Eve Wolf’s current production of “The Dreyfus Affair” at the Brooklyn Academy of Music does not mirror the current political situation in France — or the one in our country, either “(‘Dreyfus Affair’ In The Age Of Le Pen,” April 28).
At a discussion about Jewish life in France at the French Consulate here, Roger Cukierman, president of CRIF (French Jewish Organizations), praised the French government for its sincere support and protection, and in his latest book, “The Genius of Judaism,” Bernard-Henri Levy emphasizes the Jewish foundations of French culture and the strength of the French Jewish community today.
Ted Merwin’s question, “Has France ever put the Dreyfus Affair behind it?” must be answered affirmatively for many reasons.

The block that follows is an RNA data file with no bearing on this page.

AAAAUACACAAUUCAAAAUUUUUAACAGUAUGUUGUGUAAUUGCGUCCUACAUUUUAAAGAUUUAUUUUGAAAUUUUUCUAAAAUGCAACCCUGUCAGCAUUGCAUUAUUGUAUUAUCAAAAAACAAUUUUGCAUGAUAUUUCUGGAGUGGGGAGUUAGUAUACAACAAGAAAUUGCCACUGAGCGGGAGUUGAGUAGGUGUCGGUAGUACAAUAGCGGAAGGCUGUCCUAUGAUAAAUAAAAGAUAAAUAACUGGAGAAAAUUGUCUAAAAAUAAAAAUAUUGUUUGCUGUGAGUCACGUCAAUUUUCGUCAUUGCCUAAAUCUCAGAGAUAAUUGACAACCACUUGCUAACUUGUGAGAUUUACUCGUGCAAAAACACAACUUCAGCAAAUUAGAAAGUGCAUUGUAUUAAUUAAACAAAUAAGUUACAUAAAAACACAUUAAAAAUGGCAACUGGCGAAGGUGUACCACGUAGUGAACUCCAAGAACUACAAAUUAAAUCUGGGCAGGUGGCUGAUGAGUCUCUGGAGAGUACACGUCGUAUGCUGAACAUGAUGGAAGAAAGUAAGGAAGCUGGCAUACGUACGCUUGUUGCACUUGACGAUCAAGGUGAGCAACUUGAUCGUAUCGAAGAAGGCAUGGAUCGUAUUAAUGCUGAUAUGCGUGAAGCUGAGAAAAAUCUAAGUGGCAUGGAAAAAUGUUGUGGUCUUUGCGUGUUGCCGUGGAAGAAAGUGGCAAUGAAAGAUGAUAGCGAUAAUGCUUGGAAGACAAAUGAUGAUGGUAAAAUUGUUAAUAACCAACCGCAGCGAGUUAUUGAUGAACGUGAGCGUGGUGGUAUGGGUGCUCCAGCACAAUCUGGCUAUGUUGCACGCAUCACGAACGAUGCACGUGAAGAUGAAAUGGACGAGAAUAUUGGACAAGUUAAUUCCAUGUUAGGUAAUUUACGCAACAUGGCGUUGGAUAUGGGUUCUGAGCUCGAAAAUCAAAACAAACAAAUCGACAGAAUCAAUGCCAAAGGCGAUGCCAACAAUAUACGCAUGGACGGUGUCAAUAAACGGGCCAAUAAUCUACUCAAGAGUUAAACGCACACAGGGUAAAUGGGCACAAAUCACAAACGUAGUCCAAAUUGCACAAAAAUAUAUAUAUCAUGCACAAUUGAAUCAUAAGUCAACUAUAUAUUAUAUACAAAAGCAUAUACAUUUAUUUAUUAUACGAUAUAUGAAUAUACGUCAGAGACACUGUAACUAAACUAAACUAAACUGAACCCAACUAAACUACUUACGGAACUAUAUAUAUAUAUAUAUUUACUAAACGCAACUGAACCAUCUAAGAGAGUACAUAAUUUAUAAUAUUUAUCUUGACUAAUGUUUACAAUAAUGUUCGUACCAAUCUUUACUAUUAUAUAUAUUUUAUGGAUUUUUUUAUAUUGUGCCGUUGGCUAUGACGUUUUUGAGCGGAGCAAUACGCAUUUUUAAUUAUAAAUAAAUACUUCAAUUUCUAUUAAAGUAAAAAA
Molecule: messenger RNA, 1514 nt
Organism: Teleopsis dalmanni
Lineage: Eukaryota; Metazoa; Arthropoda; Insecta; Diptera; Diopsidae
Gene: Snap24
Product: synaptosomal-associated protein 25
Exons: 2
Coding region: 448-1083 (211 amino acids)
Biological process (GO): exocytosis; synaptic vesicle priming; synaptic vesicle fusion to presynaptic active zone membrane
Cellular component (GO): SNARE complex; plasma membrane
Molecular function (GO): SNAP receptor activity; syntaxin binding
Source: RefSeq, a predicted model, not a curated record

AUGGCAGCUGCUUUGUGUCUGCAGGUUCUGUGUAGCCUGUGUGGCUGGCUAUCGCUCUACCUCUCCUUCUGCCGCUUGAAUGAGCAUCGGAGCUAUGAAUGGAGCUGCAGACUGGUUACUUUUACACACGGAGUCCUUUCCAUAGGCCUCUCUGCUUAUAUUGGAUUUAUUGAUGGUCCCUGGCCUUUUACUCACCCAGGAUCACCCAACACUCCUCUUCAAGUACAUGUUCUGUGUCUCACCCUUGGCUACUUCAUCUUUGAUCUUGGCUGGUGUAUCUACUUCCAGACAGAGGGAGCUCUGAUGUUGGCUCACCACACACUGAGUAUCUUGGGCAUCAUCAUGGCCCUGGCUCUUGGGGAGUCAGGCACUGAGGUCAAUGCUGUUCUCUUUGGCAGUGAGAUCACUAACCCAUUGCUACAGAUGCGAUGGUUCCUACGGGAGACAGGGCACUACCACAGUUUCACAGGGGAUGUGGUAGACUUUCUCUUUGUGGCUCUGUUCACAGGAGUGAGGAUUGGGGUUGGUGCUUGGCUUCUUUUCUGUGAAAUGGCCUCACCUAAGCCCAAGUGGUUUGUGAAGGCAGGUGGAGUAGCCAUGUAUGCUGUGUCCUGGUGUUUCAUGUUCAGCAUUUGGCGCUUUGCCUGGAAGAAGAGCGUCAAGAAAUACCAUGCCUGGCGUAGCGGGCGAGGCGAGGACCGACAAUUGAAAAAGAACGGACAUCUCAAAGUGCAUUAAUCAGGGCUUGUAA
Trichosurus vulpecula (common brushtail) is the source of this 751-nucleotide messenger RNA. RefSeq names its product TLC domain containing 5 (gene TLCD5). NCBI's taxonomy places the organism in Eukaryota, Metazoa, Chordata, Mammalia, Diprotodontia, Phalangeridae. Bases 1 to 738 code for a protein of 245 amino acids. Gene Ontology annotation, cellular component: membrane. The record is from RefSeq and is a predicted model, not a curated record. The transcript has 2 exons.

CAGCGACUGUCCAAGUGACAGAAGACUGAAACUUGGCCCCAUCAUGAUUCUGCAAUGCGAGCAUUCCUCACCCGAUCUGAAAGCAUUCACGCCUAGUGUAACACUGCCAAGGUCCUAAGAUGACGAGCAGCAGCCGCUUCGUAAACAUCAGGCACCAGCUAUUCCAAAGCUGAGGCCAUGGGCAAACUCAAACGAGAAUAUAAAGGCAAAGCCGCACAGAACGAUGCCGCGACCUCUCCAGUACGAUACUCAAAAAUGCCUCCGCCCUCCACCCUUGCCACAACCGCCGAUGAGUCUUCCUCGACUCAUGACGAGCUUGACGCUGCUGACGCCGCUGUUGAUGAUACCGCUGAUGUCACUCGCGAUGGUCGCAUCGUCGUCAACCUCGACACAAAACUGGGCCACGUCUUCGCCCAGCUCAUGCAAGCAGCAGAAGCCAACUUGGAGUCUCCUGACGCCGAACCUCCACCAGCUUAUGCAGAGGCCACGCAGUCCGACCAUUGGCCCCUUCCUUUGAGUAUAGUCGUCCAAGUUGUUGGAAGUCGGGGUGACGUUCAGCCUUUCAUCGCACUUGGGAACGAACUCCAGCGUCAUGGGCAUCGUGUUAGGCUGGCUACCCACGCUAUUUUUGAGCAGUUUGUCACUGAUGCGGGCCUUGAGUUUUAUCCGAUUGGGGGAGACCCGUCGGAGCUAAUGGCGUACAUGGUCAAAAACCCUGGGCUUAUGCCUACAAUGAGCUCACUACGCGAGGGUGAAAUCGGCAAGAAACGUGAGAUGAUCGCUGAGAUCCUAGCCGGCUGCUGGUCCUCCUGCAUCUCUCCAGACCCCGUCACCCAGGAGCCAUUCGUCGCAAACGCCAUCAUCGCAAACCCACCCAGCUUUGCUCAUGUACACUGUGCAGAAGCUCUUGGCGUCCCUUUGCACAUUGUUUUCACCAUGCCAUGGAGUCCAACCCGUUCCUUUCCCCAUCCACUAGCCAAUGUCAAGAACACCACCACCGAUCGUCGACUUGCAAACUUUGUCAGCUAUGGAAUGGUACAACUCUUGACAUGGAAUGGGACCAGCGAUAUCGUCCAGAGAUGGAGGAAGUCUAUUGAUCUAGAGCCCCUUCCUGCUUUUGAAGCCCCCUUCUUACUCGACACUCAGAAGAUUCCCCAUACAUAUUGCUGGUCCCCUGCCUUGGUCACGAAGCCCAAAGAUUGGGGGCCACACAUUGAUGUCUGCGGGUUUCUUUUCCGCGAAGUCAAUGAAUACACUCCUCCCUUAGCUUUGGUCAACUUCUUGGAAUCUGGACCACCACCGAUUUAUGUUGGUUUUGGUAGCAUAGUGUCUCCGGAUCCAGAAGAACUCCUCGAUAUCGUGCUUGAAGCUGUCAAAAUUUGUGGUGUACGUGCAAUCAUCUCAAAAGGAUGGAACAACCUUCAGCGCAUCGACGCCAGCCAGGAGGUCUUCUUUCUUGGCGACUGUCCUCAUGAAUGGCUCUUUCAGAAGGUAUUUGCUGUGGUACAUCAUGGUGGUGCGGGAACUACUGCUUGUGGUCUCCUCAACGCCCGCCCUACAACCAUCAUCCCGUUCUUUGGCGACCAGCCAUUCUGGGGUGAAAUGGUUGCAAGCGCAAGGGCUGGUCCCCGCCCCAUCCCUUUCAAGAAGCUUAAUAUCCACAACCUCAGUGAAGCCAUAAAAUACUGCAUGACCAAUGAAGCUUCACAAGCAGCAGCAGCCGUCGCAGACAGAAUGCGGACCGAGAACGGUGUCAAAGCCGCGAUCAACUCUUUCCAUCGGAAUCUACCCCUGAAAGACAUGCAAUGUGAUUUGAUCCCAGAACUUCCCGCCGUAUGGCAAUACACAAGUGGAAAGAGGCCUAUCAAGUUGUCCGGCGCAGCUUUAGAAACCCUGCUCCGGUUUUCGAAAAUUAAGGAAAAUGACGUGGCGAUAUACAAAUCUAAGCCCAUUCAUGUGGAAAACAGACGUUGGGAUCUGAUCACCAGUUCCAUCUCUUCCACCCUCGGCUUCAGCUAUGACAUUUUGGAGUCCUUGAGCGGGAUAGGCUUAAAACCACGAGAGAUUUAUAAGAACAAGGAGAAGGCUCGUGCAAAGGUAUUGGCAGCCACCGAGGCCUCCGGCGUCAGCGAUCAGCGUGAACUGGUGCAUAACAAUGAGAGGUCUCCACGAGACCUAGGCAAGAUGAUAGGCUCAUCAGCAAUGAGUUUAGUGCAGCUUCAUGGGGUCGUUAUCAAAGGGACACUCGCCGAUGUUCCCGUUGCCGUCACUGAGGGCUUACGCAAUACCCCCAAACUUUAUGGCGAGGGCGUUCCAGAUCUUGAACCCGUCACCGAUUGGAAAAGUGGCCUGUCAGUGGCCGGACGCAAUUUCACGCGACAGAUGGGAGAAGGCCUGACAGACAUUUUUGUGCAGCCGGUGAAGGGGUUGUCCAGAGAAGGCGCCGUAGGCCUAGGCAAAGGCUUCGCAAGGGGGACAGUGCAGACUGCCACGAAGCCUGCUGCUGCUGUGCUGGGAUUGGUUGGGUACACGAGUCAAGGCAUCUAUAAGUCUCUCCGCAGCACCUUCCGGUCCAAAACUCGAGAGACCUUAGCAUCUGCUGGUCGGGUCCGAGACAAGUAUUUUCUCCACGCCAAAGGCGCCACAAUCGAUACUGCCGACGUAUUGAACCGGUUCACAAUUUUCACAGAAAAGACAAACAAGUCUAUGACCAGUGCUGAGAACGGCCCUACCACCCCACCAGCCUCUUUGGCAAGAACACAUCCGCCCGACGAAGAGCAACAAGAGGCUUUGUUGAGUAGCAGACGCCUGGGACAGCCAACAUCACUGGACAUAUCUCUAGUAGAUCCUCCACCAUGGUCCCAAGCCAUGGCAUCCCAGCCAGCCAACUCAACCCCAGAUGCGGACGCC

There is no longer a powerful anti-Semitic literati that once included some of France’s most capable, popular and creative writers. There are no longer brown-shirted mobs, no deputies or senators on wholly anti-Semitic tickets representing anti-Semitic political parties. French Jews are no longer marginal figures — psychologically, legally, economically or socially — who must seek to convert to assimilate to the “pure French” society. Finally, there are laws against Holocaust denial and we have the State of Israel.
Ironically, some French Jews find Le Pen an attractive candidate because of her outspoken positions on the large Muslim population that has been the unique source of anti-Semitic violence in today’s France. That, and the alliance of the extreme Left and Le Pen’s National Front may swing the vote her way as did Bernie Sanders’ supporters for Trump after the primaries.
Merwin’s citation of a decreasing exodus of French Jews is comforting for those of us who believe that Jews (and non-Jews) everywhere should continue to visit and support the French cultural patrimony, which owes such an important debt to French Jews since Rashi and the Middle Ages.